"What man of you, having a hundred sheep, if he loses one of them, does not leave the ninety-nine in the wilderness, and go after the one which is lost, until he finds it? And when he has found it, he lays it on his shoulders, rejoicing. And when he comes home, he calls together his friends and neighbors, saying to them, 'Rejoice with me, for I have found my sheep which was lost!'"
May 14, 2014
When we first got our dog, Sammie, he was a tiny puppy. For the first few weeks when we had to go somewhere and leave him alone, we would put him in our downstairs bathroom and close the door. We kept him confined to a small space because he wasn't yet housebroken. Also, he could fit underneath our recliners and chairs and we didn't want to come home and have to try and find where he had hidden. After some time, we bought baby gates that we put across the bottom of the stairs and also blocked off the living room; keeping him confined to the kitchen and dining room. After several months of that, Sammie became potty trained and we weren't finding any messes when we came home. So when I had to be gone for short periods of time, I would still block off the stairs but would allow him to stay in the living room. At first, I would come home to find him lying underneath our kitchen table, which is where he generally laid when we were gone. Then he grew and finally learned how to jump up onto our chairs, so began lying on a chair where he could look out our front window. He's a non-shedder, so yes, we do allow him on our furniture! After Sammie proved himself to be trustworthy, we finally stopped using the gates at all. Now, regardless of how long we have to be gone, we give him free reign in our house. He doesn't chew things up or get into things or make messes, and he hasn't had an accident inside the house in over a year. Usually when we come home, he's either upstairs laying on the pillows on our bed or occasionally downstairs on one of the chairs. We no longer worry about leaving him alone for several hours at a time and allow him freedom to choose whichever room he wants to stay in.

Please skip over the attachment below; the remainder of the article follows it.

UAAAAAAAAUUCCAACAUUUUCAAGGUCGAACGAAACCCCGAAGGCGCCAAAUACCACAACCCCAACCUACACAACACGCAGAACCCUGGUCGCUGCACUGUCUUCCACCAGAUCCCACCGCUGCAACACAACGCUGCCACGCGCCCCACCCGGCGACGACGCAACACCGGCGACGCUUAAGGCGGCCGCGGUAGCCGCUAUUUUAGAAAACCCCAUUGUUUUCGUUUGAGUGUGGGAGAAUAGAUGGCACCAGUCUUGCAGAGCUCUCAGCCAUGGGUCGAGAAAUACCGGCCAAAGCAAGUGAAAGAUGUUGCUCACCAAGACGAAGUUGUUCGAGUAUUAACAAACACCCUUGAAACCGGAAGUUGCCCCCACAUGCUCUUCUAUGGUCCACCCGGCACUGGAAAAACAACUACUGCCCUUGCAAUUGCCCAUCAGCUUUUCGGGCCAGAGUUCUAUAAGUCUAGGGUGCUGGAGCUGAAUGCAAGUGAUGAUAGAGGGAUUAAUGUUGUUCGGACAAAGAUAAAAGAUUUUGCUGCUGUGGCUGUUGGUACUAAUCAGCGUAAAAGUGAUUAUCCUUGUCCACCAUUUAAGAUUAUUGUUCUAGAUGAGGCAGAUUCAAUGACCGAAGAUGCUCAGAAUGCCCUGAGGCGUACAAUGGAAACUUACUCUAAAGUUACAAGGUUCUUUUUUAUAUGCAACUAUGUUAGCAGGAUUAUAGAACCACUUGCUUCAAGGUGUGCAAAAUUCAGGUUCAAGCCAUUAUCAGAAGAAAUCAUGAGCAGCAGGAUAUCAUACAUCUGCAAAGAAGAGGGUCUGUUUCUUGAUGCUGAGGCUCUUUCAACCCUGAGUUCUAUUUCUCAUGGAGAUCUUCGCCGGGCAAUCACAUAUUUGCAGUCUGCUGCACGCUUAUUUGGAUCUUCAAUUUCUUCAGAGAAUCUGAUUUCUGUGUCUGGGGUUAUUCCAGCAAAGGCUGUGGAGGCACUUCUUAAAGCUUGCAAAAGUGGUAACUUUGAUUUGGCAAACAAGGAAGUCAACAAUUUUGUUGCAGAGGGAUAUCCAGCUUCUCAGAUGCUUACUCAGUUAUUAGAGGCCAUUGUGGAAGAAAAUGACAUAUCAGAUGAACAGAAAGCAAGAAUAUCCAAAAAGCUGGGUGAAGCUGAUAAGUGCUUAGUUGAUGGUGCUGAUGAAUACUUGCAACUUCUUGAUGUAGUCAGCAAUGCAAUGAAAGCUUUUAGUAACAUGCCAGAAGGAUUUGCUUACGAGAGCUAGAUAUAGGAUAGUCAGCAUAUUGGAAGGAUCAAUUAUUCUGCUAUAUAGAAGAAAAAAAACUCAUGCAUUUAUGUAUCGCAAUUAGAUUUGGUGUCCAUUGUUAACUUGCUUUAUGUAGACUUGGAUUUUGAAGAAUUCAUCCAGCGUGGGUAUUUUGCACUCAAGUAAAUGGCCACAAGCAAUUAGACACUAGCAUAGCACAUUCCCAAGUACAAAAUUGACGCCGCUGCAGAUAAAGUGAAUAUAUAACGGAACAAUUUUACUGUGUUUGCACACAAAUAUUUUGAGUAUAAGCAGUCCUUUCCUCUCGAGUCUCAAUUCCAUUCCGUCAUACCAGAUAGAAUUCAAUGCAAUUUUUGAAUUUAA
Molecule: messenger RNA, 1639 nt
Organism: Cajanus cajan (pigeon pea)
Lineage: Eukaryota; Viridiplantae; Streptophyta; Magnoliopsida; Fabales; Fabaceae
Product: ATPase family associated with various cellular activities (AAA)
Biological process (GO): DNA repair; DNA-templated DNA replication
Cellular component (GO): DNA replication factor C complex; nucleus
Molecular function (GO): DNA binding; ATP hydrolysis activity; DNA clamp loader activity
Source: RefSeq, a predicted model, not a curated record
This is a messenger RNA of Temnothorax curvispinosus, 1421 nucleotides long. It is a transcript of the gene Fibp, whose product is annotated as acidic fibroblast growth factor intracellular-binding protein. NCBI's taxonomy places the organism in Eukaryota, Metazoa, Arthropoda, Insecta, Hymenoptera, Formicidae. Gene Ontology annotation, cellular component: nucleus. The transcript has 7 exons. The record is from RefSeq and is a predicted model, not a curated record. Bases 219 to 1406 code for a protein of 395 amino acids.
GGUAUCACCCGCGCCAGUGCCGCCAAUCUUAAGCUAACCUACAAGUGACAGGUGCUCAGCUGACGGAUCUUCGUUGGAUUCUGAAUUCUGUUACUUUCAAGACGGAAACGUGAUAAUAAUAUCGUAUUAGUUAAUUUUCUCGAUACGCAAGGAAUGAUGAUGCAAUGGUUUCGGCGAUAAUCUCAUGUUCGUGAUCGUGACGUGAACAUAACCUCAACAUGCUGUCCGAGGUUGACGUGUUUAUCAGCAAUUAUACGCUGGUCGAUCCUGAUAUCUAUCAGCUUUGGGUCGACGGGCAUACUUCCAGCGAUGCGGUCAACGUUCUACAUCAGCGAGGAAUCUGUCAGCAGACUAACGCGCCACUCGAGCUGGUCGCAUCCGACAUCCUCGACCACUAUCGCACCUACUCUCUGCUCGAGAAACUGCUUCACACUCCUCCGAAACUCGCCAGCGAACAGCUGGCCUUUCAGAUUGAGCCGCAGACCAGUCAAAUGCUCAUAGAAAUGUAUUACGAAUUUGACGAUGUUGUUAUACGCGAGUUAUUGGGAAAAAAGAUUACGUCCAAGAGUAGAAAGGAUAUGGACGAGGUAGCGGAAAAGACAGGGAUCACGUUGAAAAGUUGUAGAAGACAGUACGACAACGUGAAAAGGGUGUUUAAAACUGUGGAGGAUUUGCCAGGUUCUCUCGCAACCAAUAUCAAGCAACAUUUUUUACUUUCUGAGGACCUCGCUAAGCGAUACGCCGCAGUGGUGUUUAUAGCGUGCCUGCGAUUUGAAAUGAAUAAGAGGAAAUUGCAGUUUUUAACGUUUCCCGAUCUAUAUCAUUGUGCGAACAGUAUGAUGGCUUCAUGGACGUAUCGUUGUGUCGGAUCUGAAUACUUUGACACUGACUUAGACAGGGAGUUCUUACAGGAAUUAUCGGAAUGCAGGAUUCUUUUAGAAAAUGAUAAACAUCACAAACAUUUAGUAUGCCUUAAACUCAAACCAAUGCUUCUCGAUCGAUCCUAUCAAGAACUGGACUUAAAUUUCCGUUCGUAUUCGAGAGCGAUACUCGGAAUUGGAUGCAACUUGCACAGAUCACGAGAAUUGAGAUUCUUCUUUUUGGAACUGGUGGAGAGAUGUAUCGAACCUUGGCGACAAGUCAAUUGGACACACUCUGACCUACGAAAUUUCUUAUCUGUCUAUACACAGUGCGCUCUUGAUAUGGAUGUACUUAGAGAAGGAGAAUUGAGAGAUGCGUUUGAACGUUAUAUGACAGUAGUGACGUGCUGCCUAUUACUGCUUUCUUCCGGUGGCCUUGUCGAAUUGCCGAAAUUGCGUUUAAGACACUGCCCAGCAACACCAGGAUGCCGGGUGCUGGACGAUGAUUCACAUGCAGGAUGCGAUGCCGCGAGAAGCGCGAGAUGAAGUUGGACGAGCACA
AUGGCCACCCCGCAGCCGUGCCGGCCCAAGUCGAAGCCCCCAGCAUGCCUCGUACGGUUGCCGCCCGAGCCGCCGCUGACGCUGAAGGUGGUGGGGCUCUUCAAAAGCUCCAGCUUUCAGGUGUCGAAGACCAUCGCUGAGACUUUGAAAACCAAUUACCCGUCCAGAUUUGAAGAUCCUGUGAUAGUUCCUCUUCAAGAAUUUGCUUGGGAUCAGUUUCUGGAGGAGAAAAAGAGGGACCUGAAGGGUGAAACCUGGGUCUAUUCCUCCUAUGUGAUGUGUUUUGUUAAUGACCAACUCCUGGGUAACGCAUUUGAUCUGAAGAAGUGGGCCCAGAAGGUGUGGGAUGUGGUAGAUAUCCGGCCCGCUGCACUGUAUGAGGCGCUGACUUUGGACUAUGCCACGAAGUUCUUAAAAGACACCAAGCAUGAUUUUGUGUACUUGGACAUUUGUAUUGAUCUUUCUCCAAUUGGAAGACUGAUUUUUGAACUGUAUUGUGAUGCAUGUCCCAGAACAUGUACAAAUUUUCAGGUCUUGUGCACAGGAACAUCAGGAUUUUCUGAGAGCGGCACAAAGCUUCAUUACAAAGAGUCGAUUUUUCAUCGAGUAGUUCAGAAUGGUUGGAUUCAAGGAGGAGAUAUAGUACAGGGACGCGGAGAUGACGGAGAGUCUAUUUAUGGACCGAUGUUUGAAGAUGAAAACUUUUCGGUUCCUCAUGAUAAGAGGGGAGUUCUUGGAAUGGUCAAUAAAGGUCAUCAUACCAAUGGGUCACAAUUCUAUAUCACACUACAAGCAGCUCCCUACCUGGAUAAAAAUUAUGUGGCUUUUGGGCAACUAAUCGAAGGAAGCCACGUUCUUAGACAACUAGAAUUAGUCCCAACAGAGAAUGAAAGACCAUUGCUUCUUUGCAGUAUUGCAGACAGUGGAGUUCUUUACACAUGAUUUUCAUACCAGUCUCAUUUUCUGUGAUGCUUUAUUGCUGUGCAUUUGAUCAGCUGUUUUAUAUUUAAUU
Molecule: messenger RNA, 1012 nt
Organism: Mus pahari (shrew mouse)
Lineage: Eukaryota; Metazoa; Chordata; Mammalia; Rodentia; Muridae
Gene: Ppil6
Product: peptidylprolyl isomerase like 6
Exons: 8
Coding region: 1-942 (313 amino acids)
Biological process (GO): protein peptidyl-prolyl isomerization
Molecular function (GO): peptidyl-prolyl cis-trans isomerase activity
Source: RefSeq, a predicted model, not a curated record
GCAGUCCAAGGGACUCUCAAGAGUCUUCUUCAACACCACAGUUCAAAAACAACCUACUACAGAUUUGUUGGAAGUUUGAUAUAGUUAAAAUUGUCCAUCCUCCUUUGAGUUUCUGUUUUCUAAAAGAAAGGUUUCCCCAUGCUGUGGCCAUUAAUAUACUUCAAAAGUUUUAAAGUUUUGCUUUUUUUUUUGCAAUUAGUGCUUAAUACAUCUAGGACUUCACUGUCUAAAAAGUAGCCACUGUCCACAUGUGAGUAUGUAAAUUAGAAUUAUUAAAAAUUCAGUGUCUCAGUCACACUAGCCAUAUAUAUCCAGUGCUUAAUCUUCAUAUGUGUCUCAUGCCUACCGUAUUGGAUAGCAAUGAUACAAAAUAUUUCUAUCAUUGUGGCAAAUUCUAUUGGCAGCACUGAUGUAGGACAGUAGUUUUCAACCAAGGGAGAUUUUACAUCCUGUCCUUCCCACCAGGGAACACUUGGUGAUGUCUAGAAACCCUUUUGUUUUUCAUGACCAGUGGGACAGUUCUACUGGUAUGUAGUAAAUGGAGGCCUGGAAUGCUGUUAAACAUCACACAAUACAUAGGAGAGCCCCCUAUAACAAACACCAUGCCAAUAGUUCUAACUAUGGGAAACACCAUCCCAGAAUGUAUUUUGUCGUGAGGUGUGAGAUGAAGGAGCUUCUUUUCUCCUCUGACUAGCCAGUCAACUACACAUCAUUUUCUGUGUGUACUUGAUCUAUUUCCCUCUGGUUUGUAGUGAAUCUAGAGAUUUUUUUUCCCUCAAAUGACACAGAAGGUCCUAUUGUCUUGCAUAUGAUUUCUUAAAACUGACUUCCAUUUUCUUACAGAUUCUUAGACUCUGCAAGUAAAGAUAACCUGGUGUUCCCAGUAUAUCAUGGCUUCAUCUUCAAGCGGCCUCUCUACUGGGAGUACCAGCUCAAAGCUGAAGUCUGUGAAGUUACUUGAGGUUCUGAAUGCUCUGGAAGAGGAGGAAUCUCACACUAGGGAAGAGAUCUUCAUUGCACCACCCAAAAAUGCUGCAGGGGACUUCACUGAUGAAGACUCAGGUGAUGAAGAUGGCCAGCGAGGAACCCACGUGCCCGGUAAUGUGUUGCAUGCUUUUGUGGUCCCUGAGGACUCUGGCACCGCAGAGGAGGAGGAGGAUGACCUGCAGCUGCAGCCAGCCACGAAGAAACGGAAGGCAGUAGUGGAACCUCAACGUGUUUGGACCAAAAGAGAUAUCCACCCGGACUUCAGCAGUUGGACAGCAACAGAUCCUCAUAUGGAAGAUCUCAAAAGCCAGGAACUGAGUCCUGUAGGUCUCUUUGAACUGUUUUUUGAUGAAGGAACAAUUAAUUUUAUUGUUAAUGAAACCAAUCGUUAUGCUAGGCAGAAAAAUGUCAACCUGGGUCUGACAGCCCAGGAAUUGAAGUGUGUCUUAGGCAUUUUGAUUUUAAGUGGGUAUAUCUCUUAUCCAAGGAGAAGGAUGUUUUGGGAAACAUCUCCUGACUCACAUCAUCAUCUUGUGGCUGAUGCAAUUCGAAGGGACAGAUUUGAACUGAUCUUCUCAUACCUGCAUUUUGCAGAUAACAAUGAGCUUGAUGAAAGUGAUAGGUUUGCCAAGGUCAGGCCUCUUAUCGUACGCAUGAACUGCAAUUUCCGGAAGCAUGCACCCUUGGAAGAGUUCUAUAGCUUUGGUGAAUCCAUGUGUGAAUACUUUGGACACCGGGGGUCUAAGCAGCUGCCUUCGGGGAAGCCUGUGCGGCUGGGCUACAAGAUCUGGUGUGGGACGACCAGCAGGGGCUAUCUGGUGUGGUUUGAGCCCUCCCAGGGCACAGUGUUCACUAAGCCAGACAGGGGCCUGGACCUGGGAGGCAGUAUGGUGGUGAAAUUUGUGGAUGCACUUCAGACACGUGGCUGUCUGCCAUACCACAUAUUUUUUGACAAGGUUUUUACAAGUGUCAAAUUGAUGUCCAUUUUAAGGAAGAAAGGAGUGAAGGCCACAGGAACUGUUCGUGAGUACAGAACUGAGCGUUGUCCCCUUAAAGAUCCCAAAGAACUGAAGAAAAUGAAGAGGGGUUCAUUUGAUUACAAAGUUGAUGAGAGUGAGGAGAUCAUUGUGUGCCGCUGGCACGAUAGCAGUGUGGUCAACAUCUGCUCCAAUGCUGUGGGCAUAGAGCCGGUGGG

For those first few months, he didn't know what he was allowed to do or not to do. We didn't want him to chew through a wire and shock himself or short something out (we have lots of electronics). The only thing he's ever chewed is a lamp cord upstairs. We heard him howling and crying afterwards, and he's not done that since. Lesson learned! We didn't want him chewing on things or getting into something that might possibly make him sick. The reason for us confining him was not to be mean to him or in no way to mistreat him, but it was for his own safety and protection.
It's the same with children. That's why when they become mobile and start getting curious and touching everything, parents tell them, "No-no!" Children have to learn what is safe and what's not. Parents don't set rules to be tyrants and dictators, but do so, in order to protect their children and teach them right from wrong. Then in turn, kids can grow up to become responsible adults and one day teach their children.